Greener buildings – Thailand

Concern over global warming has inspired many housing developers to use energy-saving as a selling point for new projects. Among 13 developers who received the 2007 energy-conserving housing awards from Department of Alternative Energy Development and Efficiency is three-year-old Fine Home Housing Development Co Ltd, which adapts local knowledge to the design of its energy-saving homes.

The energy-saving concept starts with the location. Most projects are located near gardens or canals, says Fine Home managing director Sukit Triwanapong.

Bangkok Post : Business news.

Urban congestion: the problem is cars, not trucks in Australia

Urban congestion: the problem is cars, not trucks

The congestion in Australia’s cities is mainly due to motorists in their cars, not truckies in their cabs, the Minister for Infrastructure, Transport, Regional Development and Local Government, Anthony Albanese, told Parliament.

Read more @ Transport & Logistics News – Urban congestion: the problem is cars, not trucks.

Urban Projects get stricter sanctions

Last year, the city undertook out major projects in transport infrastructure and water drainage, all of which will reduce traffic jams as well as contribute to the city’s socio-economic development.

To ease the burden caused by construction projects, the department is strictly fining investors. For example last year the department collected VND636 million (US$39,745) in fines from 225 violations in a water environment improvement project and VND157 million ($10,000) from the Nhieu Loc-Thi Nghe Canal project.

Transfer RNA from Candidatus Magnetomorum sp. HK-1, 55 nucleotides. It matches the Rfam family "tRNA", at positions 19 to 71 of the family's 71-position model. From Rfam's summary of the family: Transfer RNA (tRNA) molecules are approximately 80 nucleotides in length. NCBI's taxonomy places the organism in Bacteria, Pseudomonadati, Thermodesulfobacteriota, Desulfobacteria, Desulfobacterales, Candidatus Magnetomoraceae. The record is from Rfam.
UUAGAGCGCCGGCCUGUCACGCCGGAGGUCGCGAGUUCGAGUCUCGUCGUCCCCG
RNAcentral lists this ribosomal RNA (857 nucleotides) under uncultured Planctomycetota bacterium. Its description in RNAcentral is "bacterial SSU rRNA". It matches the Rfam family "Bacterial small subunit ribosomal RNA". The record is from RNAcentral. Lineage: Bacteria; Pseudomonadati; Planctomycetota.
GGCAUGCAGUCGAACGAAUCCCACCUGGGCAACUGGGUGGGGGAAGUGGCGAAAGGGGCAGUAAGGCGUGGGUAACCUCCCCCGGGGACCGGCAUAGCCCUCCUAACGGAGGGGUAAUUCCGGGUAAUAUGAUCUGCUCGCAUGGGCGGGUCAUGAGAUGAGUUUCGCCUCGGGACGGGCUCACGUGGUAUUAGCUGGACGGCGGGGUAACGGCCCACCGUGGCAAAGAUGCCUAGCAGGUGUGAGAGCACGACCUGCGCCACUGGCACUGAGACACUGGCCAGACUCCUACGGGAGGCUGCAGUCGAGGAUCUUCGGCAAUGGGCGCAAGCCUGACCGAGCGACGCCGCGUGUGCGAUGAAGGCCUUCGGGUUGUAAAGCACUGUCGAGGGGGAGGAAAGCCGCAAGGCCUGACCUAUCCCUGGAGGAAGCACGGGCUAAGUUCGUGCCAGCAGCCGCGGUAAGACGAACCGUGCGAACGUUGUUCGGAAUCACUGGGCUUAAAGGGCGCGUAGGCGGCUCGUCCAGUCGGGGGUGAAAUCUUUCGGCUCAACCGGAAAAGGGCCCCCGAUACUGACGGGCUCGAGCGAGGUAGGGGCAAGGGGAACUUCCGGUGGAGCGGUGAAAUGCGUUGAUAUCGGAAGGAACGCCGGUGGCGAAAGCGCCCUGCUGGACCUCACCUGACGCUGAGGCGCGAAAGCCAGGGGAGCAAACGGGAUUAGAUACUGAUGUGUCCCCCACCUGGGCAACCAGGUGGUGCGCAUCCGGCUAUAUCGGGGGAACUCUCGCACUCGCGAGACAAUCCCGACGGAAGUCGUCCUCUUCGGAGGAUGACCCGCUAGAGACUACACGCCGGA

Read more @ Viet Nam News.

Environmentalism Sheds Brighter Light on Low-Energy Lighting(The Korea Times)

Last November, a southern Italian village of Torraca proclaimed itself as the world’s first “LED city.” The town installed 700 LED street lamps that are powered by photovoltaic panels, making it a self-sustainable system.

South Korean towns and regional governments are fast catching up. Along with many other towns, Bucheon city has replaced its old halogen street lamps on the city hall plaza with Fawoo’s LED bulbs. The new lamps have six times the life expectancy of halogen lamps, and consume about 28,000 won of electricity per year, compared to 85,000 won. Such a low maintenance cost, the firm says, is enough to offset the hefty price of 160,000 won per lamp in a few years, compared to 40,000 won of halogen lamps.

Read more @ The Korea Times Environmentalism Sheds Brighter Light on Low-Energy Lighting

The Father of LEED Takes on China and India

Robert Watson is often hailed as the father of LEED, the nationally recognized gold standard for green buildings. As a founding member of the U.S. Green Building Council in the early 1990s, Watson, formerly senior scientist with the Natural Resources Defense Council, helped devise the now-popular rating system. But Watson has bigger aspirations yet: He is determined to turn LEED into a worldwide benchmark.

These days the New Yorker is busy bringing his green-building experience to China and India with his recently-founded enterprise, EcoTech International, a consultancy that provides green technology and project development expertise. He believes that market push, combined with government mandates, will spur sustainable development. Violet Law of Plenty magazine caught up with Watson in Hong Kong during his recent business trip to China.

Read more @ Greener Buildings | News & Columns | The Father of LEED Takes on China and India.

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